Architects work too hard

"Architecture is a rough and seldom-rewarding field"

Comments update: a study that named architecture as one of the highest ranking jobs for suicides triggered a debate about the state of the profession and its treatment of young graduates this week.

Research by America's Centers for Disease Control and Prevention found that people working in architecture and engineering were among the most likely to commit suicide in the USA – ranking fifth compared to other professions.

A number of readers said that architecture was notorious for its long hours, low pay and lack of opportunities for young people, which could be contributing to the problem.

"People learn to be disrespected and mistreated, with no social life and work they can't quantify, and that is the recipe for lack of happiness," wrote Trak, who said that the problem was rooted in education.

"People pick their careers in architecture and engineering because they are passionate about it," added Jas. "Architecture is a rough and seldom-rewarding field and it's surprising because it doesn't seem like it should be the case." Read the story and the comments »

Patrik Schumacher

Brexit brouhaha: Zaha Hadid Architects director Patrik Schumacher declared his support for Britain leaving the European Union, saying that the move would offer "the chance to evolve a more open, immigration-friendly society and economy."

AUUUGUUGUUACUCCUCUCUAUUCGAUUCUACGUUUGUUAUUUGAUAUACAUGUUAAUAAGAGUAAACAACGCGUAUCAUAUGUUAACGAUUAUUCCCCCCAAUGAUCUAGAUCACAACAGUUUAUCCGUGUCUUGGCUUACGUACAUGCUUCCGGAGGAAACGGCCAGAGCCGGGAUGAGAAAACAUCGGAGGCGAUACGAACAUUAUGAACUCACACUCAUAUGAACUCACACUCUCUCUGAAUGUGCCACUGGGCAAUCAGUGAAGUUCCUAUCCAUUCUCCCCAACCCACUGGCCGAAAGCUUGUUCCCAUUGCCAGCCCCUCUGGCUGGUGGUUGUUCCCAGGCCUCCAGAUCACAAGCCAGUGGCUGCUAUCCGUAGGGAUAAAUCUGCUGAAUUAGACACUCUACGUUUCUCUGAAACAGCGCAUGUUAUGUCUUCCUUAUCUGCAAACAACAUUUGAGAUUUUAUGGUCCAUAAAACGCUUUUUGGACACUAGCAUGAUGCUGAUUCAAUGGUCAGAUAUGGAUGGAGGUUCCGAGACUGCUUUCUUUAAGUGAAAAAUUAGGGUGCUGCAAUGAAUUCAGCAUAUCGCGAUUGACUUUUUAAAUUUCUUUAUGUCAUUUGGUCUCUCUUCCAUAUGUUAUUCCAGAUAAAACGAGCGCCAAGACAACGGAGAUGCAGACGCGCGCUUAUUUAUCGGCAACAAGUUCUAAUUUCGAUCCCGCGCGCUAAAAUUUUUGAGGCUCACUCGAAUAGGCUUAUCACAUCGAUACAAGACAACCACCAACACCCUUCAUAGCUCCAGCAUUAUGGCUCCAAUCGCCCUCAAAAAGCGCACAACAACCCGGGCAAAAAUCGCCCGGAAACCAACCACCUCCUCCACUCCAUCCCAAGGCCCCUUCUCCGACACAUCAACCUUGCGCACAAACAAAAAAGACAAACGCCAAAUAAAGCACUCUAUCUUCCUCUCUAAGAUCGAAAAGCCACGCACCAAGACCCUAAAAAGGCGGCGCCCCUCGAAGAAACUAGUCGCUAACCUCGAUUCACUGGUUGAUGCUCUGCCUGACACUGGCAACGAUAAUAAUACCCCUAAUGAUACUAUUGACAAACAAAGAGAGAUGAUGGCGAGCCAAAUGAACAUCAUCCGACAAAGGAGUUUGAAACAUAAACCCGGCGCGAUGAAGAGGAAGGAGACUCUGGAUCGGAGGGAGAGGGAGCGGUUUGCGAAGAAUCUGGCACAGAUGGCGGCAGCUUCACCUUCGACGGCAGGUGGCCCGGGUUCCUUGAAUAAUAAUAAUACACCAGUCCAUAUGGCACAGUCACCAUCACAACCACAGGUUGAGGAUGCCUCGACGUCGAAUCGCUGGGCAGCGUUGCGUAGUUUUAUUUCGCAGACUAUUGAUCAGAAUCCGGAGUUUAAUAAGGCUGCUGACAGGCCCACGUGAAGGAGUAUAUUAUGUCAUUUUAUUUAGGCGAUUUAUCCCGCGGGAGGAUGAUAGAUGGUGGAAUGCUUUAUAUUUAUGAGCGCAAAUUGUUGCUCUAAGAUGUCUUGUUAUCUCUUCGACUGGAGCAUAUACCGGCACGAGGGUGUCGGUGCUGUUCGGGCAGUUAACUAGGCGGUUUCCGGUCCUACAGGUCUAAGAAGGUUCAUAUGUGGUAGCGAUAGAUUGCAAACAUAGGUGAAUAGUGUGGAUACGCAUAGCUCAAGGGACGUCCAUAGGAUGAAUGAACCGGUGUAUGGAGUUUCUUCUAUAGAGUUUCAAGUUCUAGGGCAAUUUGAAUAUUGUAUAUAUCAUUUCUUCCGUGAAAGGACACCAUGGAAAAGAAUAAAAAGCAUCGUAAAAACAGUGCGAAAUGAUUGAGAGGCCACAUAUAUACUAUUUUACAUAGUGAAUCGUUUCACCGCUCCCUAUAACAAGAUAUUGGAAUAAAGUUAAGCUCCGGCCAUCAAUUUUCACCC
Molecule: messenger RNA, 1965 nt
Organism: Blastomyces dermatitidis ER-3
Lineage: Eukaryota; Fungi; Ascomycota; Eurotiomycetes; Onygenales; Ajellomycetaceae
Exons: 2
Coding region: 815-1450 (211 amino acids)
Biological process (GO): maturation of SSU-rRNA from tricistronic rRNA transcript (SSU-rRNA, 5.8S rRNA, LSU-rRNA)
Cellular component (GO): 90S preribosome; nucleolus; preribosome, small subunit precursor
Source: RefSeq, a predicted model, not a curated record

"'More immigration friendly'? It seems he forgot why people chose to leave the EU," wrote Wolfgang.

"Many people voted to leave the EU (not Europe) because it is a sclerotic, bureaucratic, opaque political union project which is neglecting the wellbeing of European people to pursue, at all costs, 'ever closer union'," retorted Luke.

One guest commenter wondered why more architects had not shared Schumacher's view: "If Patrik Schumacher can see this, how come so many architects have not been able to? I can't believe they simply fell into line." Read the story and the comments »

Troyer Group opens Noah's Ark theme park in Kentucky as flash floods hit the state

Bible built: a gigantic wood-framed building shaped like Noah's Ark, and constructed to dimensions described in the bible, opened in Kentucky as part of a Christian theme park.

But some readers felt the wood-framed building was an abomination. "This is an epic piece of propaganda," wrote Paul Ashton. "It is not architecture; it is not good design."

"I don't have to agree with a group's beliefs, but I can appreciate the manifestation of their passion," countered regular commenter The Liberty Disciple.

"Despite what your beliefs might be you can't deny it's a pretty awesome structure and it's certainly no less trivial or wasteful than any other theme park," agreed Kobi.

"I'm wondering how they're going to do the Tower of Babel," added Delbert Grady. Read the story and the comments »